Duncan Studio of Celtic Dance
It’s no secret that Irish and Highland dancing is practiced in parts of the planet other than Europe. However, some may be surprised to learn the craze has reached as far as South Africa.
Susan Theron established the Duncan Studio of Celtic Dance in the Johannesburg area 27 years ago.
“I am South African, born to South African parents, but their parents and grandparents originally came from the UK and Scotland – our family names being Goldsmith and Duncan,” she says, with a nod to the studio’s moniker.
Theron began her Celtic dance journey at the age of 12 after a teacher came to her school to offer classes. “I had always wanted to dance, but I had working parents who could not ‘ferry me around’ to classes so I’d never had the opportunity before that,” she recalls. “I have always been passionate about dancing and rhythm. Highland is special to me because of my roots, but I have been passionate about Irish dancing since it was first introduced to me in my early teens.”
She began teaching in 1988, once she “felt ready to make a start and share my love of dance.”
Theron is one of the founding members of Being Irish Dance, which was established in 1998. She is also proud to be involved with other elements of South Africa’s Celtic community. “I am connected with members of Johannesburg Chapter of the Irish South African Association, and we make ourselves available to perform at any Irish functions where possible. We are particularly busy on St Patrick’s Day! We also participate in numerous Irish dance, Highland dance and piping and drumming competitions throughout the year, so I have a very busy calendar in this respect.”
At her studio, all dancers are formally trained in the traditional methods of Highland dance technique, in which they compete and are graded – including both solo and team dances. The dancers are encouraged to test their creativity by choreographing special exhibition items of a more contemporary nature as well. Since 2008, the Duncan Studio Highland dancers have participated in the South African International Military Tattoo at the Monte Casino each September.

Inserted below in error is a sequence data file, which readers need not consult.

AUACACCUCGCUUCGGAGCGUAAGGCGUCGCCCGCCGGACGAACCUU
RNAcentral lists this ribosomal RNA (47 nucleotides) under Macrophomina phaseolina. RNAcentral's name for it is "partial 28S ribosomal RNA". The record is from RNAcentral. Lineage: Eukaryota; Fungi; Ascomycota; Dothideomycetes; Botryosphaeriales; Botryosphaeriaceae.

When Theron was first learning dance, Irish dancing was a much smaller part of her repertoire compared to Highland. She credits popular performances such as Lord of Dance and Riverdance with Irish dance’s global revival. As such, she teaches Irish dance through a series of specially choreographed performances. “I am also one of the few studios that offer recreational classes to adults,” she adds.
Theron coached her daughter, among other students, who has performed Highland dancing at the world-renowned Edinburgh Tattoo on two occasions. She was also one of the first dance instructors in South Africa to take solo and team dancers to the World Championships in 2007, and taught the first South African dancers to recall at both the All Ireland and World Championships.
“I have boys and girls of all ages attending my school and I believe they dance because they love it as much as I do.”
Her daughter, Megan, now also teaches at the studio. Megan is an eclectic dancer, with training in ballet and Spanish dancing, as well as Highland and Irish. Although she retired from competitive dancing in 2007, she continues to be involved with the studio by assisting her mother with teaching, training and choreography. Now a qualified Highland dance teacher, Megan is currently preparing to undertake her Irish teacher’s exam.
“I also train dancers to become both Highland and Irish teachers,” explains Theron. “I now look forward to having one of my own teaching alongside me as a colleague in my Irish classes.”
Teaching dance can be challenging, but Theron aims to “assist dancers in reaching their goals while maintaining a positive and realistic outlook.” While competition is a core part of the Celtic dance curriculum, she wants to make sure it is balanced with social aspects of the art in a healthy way also.
“It is rewarding to help pupils develop into well-rounded, skilful and confident dancers and people.”